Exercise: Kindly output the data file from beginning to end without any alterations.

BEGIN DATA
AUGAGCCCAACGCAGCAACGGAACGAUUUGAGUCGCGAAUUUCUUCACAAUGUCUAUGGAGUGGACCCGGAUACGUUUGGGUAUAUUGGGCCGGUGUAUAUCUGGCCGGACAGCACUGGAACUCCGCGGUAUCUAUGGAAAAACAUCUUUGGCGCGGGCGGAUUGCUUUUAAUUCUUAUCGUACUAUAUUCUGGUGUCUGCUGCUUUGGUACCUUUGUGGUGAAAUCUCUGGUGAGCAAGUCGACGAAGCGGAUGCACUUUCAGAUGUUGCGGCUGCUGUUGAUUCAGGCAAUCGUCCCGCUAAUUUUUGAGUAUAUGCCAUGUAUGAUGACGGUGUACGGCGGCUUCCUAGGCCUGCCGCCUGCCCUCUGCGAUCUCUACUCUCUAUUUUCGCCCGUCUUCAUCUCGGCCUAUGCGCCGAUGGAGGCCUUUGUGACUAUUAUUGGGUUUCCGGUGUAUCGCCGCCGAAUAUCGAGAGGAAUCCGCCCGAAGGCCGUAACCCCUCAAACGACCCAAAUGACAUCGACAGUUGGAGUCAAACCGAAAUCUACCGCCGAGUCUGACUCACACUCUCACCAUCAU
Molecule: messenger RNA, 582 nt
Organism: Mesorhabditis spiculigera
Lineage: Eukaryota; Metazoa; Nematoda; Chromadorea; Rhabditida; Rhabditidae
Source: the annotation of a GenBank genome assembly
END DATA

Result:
AUGAGCCCAACGCAGCAACGGAACGAUUUGAGUCGCGAAUUUCUUCACAAUGUCUAUGGAGUGGACCCGGAUACGUUUGGGUAUAUUGGGCCGGUGUAUAUCUGGCCGGACAGCACUGGAACUCCGCGGUAUCUAUGGAAAAACAUCUUUGGCGCGGGCGGAUUGCUUUUAAUUCUUAUCGUACUAUAUUCUGGUGUCUGCUGCUUUGGUACCUUUGUGGUGAAAUCUCUGGUGAGCAAGUCGACGAAGCGGAUGCACUUUCAGAUGUUGCGGCUGCUGUUGAUUCAGGCAAUCGUCCCGCUAAUUUUUGAGUAUAUGCCAUGUAUGAUGACGGUGUACGGCGGCUUCCUAGGCCUGCCGCCUGCCCUCUGCGAUCUCUACUCUCUAUUUUCGCCCGUCUUCAUCUCGGCCUAUGCGCCGAUGGAGGCCUUUGUGACUAUUAUUGGGUUUCCGGUGUAUCGCCGCCGAAUAUCGAGAGGAAUCCGCCCGAAGGCCGUAACCCCUCAAACGACCCAAAUGACAUCGACAGUUGGAGUCAAACCGAAAUCUACCGCCGAGUCUGACUCACACUCUCACCAUCAU
Molecule: messenger RNA, 582 nt
Organism: Mesorhabditis spiculigera
Lineage: Eukaryota; Metazoa; Nematoda; Chromadorea; Rhabditida; Rhabditidae
Source: the annotation of a GenBank genome assembly